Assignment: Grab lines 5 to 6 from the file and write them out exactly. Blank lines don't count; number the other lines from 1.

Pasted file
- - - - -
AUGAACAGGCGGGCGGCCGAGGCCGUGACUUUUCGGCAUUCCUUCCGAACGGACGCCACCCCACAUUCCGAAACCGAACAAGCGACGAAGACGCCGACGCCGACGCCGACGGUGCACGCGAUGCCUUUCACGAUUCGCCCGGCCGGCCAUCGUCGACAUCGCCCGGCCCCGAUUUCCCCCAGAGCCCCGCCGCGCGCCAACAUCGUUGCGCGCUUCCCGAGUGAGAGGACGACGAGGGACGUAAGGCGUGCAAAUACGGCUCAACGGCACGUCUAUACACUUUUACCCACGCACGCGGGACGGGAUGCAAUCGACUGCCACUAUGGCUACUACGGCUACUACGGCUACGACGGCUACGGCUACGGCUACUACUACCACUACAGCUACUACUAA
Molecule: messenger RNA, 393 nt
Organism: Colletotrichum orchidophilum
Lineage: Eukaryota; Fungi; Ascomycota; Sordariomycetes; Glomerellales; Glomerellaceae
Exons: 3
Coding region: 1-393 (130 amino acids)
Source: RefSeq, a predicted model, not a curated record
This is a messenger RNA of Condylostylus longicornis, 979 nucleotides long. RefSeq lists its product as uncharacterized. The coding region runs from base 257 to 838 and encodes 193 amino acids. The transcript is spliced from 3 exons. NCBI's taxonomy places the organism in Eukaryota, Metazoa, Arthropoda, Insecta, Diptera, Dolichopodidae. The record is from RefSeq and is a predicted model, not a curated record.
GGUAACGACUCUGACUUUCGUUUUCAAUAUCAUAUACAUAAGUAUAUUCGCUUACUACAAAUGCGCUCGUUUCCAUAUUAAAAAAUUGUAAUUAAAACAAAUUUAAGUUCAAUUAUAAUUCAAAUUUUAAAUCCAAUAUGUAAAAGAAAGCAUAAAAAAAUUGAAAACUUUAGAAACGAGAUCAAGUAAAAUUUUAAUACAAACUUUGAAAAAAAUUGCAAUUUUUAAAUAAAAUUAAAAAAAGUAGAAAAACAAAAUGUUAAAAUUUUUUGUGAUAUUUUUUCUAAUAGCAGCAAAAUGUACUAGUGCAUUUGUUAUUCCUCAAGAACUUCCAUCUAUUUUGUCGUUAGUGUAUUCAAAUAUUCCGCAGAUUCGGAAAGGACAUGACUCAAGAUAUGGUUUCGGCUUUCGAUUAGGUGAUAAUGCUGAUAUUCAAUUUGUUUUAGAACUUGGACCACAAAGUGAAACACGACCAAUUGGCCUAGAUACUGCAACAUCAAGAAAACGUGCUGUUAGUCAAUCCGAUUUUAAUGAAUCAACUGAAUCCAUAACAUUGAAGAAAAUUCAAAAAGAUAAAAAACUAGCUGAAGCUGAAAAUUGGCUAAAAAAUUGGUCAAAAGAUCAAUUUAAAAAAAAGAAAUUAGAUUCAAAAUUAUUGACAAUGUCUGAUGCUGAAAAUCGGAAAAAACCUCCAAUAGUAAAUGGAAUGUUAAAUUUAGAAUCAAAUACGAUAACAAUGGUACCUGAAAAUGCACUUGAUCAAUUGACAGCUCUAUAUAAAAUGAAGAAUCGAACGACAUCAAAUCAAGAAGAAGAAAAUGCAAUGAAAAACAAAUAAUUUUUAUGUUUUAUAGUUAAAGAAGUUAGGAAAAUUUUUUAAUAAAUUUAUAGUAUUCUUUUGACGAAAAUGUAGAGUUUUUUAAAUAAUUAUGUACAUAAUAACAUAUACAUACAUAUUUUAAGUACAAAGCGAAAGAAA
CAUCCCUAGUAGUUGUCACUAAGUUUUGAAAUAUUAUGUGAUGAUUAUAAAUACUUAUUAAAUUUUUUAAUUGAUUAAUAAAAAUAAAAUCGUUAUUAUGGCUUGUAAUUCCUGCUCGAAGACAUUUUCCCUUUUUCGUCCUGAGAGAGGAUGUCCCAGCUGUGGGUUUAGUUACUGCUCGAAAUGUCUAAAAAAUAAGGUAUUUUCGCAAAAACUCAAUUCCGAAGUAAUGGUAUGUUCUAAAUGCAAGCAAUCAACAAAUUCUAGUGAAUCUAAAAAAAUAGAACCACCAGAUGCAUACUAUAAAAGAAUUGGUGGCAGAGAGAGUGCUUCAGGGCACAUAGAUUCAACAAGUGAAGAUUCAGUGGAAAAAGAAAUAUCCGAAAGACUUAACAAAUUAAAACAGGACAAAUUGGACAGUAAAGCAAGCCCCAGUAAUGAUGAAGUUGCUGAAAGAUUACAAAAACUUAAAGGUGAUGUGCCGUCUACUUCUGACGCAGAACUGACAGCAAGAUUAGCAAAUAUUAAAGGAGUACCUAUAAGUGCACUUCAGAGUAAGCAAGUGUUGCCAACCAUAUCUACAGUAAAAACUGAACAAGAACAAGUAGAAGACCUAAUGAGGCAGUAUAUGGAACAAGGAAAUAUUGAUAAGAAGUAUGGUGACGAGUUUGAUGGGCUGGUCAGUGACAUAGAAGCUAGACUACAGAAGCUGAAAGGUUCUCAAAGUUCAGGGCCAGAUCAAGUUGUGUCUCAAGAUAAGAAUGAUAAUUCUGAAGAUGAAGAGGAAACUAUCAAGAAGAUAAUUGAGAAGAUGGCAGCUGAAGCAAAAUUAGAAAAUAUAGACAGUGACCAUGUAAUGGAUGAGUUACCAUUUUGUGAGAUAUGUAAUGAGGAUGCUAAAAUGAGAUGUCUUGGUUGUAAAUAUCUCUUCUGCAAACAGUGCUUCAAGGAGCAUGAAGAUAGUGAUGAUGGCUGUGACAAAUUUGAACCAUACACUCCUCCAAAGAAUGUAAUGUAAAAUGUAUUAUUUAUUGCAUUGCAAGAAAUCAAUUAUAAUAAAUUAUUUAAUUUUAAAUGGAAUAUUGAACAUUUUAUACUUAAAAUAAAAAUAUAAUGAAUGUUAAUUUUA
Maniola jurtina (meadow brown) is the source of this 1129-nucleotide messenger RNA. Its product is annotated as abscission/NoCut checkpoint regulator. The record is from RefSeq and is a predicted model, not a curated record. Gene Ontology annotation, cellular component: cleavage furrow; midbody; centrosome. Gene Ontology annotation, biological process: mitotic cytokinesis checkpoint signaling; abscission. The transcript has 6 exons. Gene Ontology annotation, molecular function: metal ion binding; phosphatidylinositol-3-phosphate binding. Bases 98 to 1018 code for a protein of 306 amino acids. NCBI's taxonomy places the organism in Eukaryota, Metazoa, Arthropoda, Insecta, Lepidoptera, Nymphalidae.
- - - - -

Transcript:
Exons: 3
Coding region: 1-393 (130 amino acids)